kr

Timm


Gerne per Du!

Meine Vorstellung.

Rene

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Re: lugol's solution
« Antwort #5 am: April 24, 2010, 00:00:00 Vormittag »
Thanks again Timm, nice to see old bits of theory floating back in my memory...

However, I'm not sure that the problem is with this equilibrium. Shifting it one way or the other will not cause the iodine to precipetate out. At least that is my understanding. The stuff on the bottom after pouring off the dissolved solution surely looks like leftover iodine. I have no access to the chemical standard works, did you come across anything about maximum dissolution amounts? I don't seem to be able to find a reference on google easily...

Regards, René

treinisch

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Re: lugol's solution
« Antwort #6 am: April 24, 2010, 02:47:39 Vormittag »
Thanks again Timm, nice to see old bits of theory floating back in my memory...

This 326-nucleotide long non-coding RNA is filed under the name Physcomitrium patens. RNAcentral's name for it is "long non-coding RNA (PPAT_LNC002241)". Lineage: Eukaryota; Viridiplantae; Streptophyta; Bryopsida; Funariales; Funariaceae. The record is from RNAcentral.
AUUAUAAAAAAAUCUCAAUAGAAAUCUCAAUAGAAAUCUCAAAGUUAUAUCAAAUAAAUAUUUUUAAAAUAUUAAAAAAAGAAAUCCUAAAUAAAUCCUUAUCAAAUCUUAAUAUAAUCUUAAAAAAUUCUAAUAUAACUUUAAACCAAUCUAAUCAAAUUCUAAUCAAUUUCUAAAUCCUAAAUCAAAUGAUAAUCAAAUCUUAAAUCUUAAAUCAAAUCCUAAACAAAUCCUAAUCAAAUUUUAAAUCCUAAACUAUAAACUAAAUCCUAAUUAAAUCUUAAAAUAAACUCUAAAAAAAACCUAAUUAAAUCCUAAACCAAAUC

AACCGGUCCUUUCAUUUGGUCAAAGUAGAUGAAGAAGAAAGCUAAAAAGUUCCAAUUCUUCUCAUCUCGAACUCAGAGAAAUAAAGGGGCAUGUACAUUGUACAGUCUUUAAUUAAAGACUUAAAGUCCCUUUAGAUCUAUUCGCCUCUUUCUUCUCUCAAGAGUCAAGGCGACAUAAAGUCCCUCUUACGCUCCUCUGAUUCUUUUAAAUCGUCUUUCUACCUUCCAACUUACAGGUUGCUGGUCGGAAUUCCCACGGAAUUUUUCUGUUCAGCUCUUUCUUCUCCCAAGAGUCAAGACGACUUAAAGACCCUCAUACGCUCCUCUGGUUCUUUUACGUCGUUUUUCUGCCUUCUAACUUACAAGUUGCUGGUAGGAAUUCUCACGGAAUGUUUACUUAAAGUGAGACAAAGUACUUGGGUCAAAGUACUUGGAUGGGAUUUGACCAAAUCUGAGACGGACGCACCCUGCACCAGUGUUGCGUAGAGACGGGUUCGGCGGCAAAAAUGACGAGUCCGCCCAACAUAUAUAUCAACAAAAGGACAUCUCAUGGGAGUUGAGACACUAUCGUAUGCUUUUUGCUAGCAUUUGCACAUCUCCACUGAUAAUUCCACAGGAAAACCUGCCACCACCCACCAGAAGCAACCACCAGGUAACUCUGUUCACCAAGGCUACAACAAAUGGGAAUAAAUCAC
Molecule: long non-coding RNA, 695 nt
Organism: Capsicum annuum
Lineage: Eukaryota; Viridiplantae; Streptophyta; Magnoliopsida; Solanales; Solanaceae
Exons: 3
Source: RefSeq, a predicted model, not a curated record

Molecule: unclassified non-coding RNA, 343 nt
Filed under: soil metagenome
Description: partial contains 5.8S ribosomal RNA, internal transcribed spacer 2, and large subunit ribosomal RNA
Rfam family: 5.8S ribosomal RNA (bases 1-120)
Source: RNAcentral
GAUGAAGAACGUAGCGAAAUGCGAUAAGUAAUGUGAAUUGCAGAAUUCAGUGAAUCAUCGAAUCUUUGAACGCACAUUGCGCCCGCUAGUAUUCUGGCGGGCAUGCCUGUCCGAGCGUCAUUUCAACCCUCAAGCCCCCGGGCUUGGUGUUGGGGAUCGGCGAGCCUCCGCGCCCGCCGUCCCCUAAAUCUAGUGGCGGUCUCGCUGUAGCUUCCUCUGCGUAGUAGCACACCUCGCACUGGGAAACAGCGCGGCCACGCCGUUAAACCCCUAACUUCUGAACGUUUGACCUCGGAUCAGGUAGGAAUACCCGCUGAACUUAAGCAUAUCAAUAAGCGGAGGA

However, I'm not sure that the problem is with this equilibrium. Shifting it one way or the other will not cause the iodine to precipetate out. At least that is my understanding. The stuff on the bottom after pouring off the dissolved solution surely looks like leftover iodine. I have no access to the chemical standard works, did you come across anything about maximum dissolution amounts? I don't seem to be able to find a reference on google easily...

Hi Rene,

according to http://wapedia.mobi/en/Iodine?t=8. The solubility of elementary iodine should be around 2.3µM at 20°C. Not that bad. So probably the equilibrium itself is not the thing to worry about.

kr

Timm
Gerne per Du!

Meine Vorstellung.